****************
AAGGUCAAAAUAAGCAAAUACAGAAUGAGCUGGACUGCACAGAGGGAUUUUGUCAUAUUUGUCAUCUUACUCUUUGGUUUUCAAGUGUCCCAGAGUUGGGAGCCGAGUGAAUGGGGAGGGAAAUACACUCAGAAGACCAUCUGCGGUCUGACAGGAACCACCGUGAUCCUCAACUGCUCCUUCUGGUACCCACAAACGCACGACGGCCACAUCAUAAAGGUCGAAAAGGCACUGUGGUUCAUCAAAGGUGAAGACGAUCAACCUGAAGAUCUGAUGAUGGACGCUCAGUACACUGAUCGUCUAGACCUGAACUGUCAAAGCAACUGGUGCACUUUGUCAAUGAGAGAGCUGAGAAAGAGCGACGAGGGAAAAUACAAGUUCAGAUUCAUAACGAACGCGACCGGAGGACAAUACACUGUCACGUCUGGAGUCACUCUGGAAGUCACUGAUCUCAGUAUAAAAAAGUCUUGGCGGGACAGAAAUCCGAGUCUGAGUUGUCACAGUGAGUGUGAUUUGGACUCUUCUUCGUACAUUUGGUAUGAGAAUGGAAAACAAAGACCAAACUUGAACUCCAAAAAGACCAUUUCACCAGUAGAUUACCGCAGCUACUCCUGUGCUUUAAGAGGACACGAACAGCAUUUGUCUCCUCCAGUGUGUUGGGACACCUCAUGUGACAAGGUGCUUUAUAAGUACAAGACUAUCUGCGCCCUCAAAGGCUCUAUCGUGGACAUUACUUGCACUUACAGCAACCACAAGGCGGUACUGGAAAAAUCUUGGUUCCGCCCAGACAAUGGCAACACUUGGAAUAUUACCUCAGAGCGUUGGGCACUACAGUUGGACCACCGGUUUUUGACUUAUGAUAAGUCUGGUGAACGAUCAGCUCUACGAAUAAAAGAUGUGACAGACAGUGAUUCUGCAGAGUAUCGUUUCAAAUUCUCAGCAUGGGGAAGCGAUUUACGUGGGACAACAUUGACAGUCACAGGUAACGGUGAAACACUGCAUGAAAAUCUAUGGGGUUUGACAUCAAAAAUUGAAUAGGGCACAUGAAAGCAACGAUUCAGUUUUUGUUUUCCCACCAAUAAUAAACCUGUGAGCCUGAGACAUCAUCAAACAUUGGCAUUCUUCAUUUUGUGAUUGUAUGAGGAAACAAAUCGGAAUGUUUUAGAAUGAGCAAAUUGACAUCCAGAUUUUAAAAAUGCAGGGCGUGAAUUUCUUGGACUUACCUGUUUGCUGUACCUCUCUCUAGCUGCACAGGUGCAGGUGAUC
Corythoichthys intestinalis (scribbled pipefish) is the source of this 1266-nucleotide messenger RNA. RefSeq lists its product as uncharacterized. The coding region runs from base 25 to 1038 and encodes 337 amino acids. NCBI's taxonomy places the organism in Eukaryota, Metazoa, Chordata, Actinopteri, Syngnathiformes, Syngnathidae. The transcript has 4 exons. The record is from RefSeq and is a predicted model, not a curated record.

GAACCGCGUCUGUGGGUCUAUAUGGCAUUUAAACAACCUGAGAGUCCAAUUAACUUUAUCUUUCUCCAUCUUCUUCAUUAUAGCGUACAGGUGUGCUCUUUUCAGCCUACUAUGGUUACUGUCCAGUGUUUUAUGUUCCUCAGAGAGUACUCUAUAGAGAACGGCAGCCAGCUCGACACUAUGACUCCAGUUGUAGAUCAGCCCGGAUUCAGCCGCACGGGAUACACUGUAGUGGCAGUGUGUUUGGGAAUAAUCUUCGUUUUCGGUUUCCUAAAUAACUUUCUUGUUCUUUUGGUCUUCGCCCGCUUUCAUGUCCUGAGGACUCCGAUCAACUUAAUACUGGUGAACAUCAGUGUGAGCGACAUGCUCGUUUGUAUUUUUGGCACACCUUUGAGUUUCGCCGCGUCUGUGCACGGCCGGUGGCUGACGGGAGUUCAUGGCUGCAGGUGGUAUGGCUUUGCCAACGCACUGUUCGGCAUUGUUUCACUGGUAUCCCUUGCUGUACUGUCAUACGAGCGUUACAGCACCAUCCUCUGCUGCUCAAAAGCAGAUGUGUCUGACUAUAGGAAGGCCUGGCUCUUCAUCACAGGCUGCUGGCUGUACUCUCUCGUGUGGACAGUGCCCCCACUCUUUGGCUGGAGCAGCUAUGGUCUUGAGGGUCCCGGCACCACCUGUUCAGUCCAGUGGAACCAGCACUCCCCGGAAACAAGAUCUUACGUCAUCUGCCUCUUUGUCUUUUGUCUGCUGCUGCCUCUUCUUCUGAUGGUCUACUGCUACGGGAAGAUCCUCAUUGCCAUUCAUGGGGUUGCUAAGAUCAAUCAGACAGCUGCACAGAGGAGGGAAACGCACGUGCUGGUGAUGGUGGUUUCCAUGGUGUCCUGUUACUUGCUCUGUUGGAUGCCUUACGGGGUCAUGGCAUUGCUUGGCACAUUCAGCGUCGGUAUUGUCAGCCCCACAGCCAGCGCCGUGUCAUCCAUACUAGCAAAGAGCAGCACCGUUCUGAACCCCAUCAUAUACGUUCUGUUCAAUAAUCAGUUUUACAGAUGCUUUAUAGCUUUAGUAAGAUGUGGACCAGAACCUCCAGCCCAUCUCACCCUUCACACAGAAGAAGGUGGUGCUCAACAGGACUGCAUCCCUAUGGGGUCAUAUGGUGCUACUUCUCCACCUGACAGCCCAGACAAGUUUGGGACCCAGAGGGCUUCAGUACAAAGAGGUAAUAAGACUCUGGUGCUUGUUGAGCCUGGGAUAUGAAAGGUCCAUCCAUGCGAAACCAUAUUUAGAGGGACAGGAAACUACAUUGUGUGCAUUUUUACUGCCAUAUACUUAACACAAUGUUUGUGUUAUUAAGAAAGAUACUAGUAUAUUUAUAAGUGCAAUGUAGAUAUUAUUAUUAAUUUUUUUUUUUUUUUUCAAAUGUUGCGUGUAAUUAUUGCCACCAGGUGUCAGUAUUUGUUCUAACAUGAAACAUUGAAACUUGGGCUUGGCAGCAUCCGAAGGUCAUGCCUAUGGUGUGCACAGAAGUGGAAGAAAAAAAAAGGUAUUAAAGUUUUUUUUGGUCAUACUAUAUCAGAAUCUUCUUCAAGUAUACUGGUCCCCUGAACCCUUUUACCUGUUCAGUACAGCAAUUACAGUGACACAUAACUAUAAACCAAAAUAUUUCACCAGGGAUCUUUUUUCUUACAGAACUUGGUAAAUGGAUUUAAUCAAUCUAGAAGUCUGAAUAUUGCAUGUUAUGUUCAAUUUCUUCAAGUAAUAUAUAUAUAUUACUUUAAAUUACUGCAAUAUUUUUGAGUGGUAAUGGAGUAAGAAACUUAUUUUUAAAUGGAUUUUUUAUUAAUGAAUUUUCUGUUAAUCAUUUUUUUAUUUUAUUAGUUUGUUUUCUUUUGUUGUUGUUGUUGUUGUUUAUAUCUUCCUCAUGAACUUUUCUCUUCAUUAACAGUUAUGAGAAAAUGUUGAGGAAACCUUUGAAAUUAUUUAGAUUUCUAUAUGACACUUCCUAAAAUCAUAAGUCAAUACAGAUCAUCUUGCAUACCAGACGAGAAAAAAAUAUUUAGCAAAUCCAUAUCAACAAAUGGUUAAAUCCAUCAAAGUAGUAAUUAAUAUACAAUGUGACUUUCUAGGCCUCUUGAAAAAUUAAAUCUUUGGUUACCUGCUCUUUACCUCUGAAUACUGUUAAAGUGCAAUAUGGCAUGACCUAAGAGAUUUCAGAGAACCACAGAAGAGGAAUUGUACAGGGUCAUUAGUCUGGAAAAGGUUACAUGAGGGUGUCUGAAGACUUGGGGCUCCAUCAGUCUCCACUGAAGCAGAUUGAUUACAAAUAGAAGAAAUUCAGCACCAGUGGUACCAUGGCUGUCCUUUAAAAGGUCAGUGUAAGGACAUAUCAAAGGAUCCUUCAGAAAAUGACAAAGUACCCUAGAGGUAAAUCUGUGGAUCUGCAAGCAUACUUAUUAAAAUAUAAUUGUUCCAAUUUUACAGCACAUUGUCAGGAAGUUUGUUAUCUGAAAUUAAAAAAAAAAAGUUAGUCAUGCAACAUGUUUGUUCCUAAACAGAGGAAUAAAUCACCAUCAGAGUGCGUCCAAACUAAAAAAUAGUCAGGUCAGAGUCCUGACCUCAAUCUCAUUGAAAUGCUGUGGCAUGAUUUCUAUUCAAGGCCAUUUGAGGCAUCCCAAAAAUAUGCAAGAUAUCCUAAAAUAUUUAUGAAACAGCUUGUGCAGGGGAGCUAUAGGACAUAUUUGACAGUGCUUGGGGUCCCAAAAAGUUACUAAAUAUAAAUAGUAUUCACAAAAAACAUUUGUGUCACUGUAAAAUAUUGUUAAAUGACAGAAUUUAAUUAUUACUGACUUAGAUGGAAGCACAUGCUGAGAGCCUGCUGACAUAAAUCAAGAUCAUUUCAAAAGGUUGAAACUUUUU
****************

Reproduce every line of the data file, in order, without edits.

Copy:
AAGGUCAAAAUAAGCAAAUACAGAAUGAGCUGGACUGCACAGAGGGAUUUUGUCAUAUUUGUCAUCUUACUCUUUGGUUUUCAAGUGUCCCAGAGUUGGGAGCCGAGUGAAUGGGGAGGGAAAUACACUCAGAAGACCAUCUGCGGUCUGACAGGAACCACCGUGAUCCUCAACUGCUCCUUCUGGUACCCACAAACGCACGACGGCCACAUCAUAAAGGUCGAAAAGGCACUGUGGUUCAUCAAAGGUGAAGACGAUCAACCUGAAGAUCUGAUGAUGGACGCUCAGUACACUGAUCGUCUAGACCUGAACUGUCAAAGCAACUGGUGCACUUUGUCAAUGAGAGAGCUGAGAAAGAGCGACGAGGGAAAAUACAAGUUCAGAUUCAUAACGAACGCGACCGGAGGACAAUACACUGUCACGUCUGGAGUCACUCUGGAAGUCACUGAUCUCAGUAUAAAAAAGUCUUGGCGGGACAGAAAUCCGAGUCUGAGUUGUCACAGUGAGUGUGAUUUGGACUCUUCUUCGUACAUUUGGUAUGAGAAUGGAAAACAAAGACCAAACUUGAACUCCAAAAAGACCAUUUCACCAGUAGAUUACCGCAGCUACUCCUGUGCUUUAAGAGGACACGAACAGCAUUUGUCUCCUCCAGUGUGUUGGGACACCUCAUGUGACAAGGUGCUUUAUAAGUACAAGACUAUCUGCGCCCUCAAAGGCUCUAUCGUGGACAUUACUUGCACUUACAGCAACCACAAGGCGGUACUGGAAAAAUCUUGGUUCCGCCCAGACAAUGGCAACACUUGGAAUAUUACCUCAGAGCGUUGGGCACUACAGUUGGACCACCGGUUUUUGACUUAUGAUAAGUCUGGUGAACGAUCAGCUCUACGAAUAAAAGAUGUGACAGACAGUGAUUCUGCAGAGUAUCGUUUCAAAUUCUCAGCAUGGGGAAGCGAUUUACGUGGGACAACAUUGACAGUCACAGGUAACGGUGAAACACUGCAUGAAAAUCUAUGGGGUUUGACAUCAAAAAUUGAAUAGGGCACAUGAAAGCAACGAUUCAGUUUUUGUUUUCCCACCAAUAAUAAACCUGUGAGCCUGAGACAUCAUCAAACAUUGGCAUUCUUCAUUUUGUGAUUGUAUGAGGAAACAAAUCGGAAUGUUUUAGAAUGAGCAAAUUGACAUCCAGAUUUUAAAAAUGCAGGGCGUGAAUUUCUUGGACUUACCUGUUUGCUGUACCUCUCUCUAGCUGCACAGGUGCAGGUGAUC
Corythoichthys intestinalis (scribbled pipefish) is the source of this 1266-nucleotide messenger RNA. RefSeq lists its product as uncharacterized. The coding region runs from base 25 to 1038 and encodes 337 amino acids. NCBI's taxonomy places the organism in Eukaryota, Metazoa, Chordata, Actinopteri, Syngnathiformes, Syngnathidae. The transcript has 4 exons. The record is from RefSeq and is a predicted model, not a curated record.

GAACCGCGUCUGUGGGUCUAUAUGGCAUUUAAACAACCUGAGAGUCCAAUUAACUUUAUCUUUCUCCAUCUUCUUCAUUAUAGCGUACAGGUGUGCUCUUUUCAGCCUACUAUGGUUACUGUCCAGUGUUUUAUGUUCCUCAGAGAGUACUCUAUAGAGAACGGCAGCCAGCUCGACACUAUGACUCCAGUUGUAGAUCAGCCCGGAUUCAGCCGCACGGGAUACACUGUAGUGGCAGUGUGUUUGGGAAUAAUCUUCGUUUUCGGUUUCCUAAAUAACUUUCUUGUUCUUUUGGUCUUCGCCCGCUUUCAUGUCCUGAGGACUCCGAUCAACUUAAUACUGGUGAACAUCAGUGUGAGCGACAUGCUCGUUUGUAUUUUUGGCACACCUUUGAGUUUCGCCGCGUCUGUGCACGGCCGGUGGCUGACGGGAGUUCAUGGCUGCAGGUGGUAUGGCUUUGCCAACGCACUGUUCGGCAUUGUUUCACUGGUAUCCCUUGCUGUACUGUCAUACGAGCGUUACAGCACCAUCCUCUGCUGCUCAAAAGCAGAUGUGUCUGACUAUAGGAAGGCCUGGCUCUUCAUCACAGGCUGCUGGCUGUACUCUCUCGUGUGGACAGUGCCCCCACUCUUUGGCUGGAGCAGCUAUGGUCUUGAGGGUCCCGGCACCACCUGUUCAGUCCAGUGGAACCAGCACUCCCCGGAAACAAGAUCUUACGUCAUCUGCCUCUUUGUCUUUUGUCUGCUGCUGCCUCUUCUUCUGAUGGUCUACUGCUACGGGAAGAUCCUCAUUGCCAUUCAUGGGGUUGCUAAGAUCAAUCAGACAGCUGCACAGAGGAGGGAAACGCACGUGCUGGUGAUGGUGGUUUCCAUGGUGUCCUGUUACUUGCUCUGUUGGAUGCCUUACGGGGUCAUGGCAUUGCUUGGCACAUUCAGCGUCGGUAUUGUCAGCCCCACAGCCAGCGCCGUGUCAUCCAUACUAGCAAAGAGCAGCACCGUUCUGAACCCCAUCAUAUACGUUCUGUUCAAUAAUCAGUUUUACAGAUGCUUUAUAGCUUUAGUAAGAUGUGGACCAGAACCUCCAGCCCAUCUCACCCUUCACACAGAAGAAGGUGGUGCUCAACAGGACUGCAUCCCUAUGGGGUCAUAUGGUGCUACUUCUCCACCUGACAGCCCAGACAAGUUUGGGACCCAGAGGGCUUCAGUACAAAGAGGUAAUAAGACUCUGGUGCUUGUUGAGCCUGGGAUAUGAAAGGUCCAUCCAUGCGAAACCAUAUUUAGAGGGACAGGAAACUACAUUGUGUGCAUUUUUACUGCCAUAUACUUAACACAAUGUUUGUGUUAUUAAGAAAGAUACUAGUAUAUUUAUAAGUGCAAUGUAGAUAUUAUUAUUAAUUUUUUUUUUUUUUUUCAAAUGUUGCGUGUAAUUAUUGCCACCAGGUGUCAGUAUUUGUUCUAACAUGAAACAUUGAAACUUGGGCUUGGCAGCAUCCGAAGGUCAUGCCUAUGGUGUGCACAGAAGUGGAAGAAAAAAAAAGGUAUUAAAGUUUUUUUUGGUCAUACUAUAUCAGAAUCUUCUUCAAGUAUACUGGUCCCCUGAACCCUUUUACCUGUUCAGUACAGCAAUUACAGUGACACAUAACUAUAAACCAAAAUAUUUCACCAGGGAUCUUUUUUCUUACAGAACUUGGUAAAUGGAUUUAAUCAAUCUAGAAGUCUGAAUAUUGCAUGUUAUGUUCAAUUUCUUCAAGUAAUAUAUAUAUAUUACUUUAAAUUACUGCAAUAUUUUUGAGUGGUAAUGGAGUAAGAAACUUAUUUUUAAAUGGAUUUUUUAUUAAUGAAUUUUCUGUUAAUCAUUUUUUUAUUUUAUUAGUUUGUUUUCUUUUGUUGUUGUUGUUGUUGUUUAUAUCUUCCUCAUGAACUUUUCUCUUCAUUAACAGUUAUGAGAAAAUGUUGAGGAAACCUUUGAAAUUAUUUAGAUUUCUAUAUGACACUUCCUAAAAUCAUAAGUCAAUACAGAUCAUCUUGCAUACCAGACGAGAAAAAAAUAUUUAGCAAAUCCAUAUCAACAAAUGGUUAAAUCCAUCAAAGUAGUAAUUAAUAUACAAUGUGACUUUCUAGGCCUCUUGAAAAAUUAAAUCUUUGGUUACCUGCUCUUUACCUCUGAAUACUGUUAAAGUGCAAUAUGGCAUGACCUAAGAGAUUUCAGAGAACCACAGAAGAGGAAUUGUACAGGGUCAUUAGUCUGGAAAAGGUUACAUGAGGGUGUCUGAAGACUUGGGGCUCCAUCAGUCUCCACUGAAGCAGAUUGAUUACAAAUAGAAGAAAUUCAGCACCAGUGGUACCAUGGCUGUCCUUUAAAAGGUCAGUGUAAGGACAUAUCAAAGGAUCCUUCAGAAAAUGACAAAGUACCCUAGAGGUAAAUCUGUGGAUCUGCAAGCAUACUUAUUAAAAUAUAAUUGUUCCAAUUUUACAGCACAUUGUCAGGAAGUUUGUUAUCUGAAAUUAAAAAAAAAAAGUUAGUCAUGCAACAUGUUUGUUCCUAAACAGAGGAAUAAAUCACCAUCAGAGUGCGUCCAAACUAAAAAAUAGUCAGGUCAGAGUCCUGACCUCAAUCUCAUUGAAAUGCUGUGGCAUGAUUUCUAUUCAAGGCCAUUUGAGGCAUCCCAAAAAUAUGCAAGAUAUCCUAAAAUAUUUAUGAAACAGCUUGUGCAGGGGAGCUAUAGGACAUAUUUGACAGUGCUUGGGGUCCCAAAAAGUUACUAAAUAUAAAUAGUAUUCACAAAAAACAUUUGUGUCACUGUAAAAUAUUGUUAAAUGACAGAAUUUAAUUAUUACUGACUUAGAUGGAAGCACAUGCUGAGAGCCUGCUGACAUAAAUCAAGAUCAUUUCAAAAGGUUGAAACUUUUU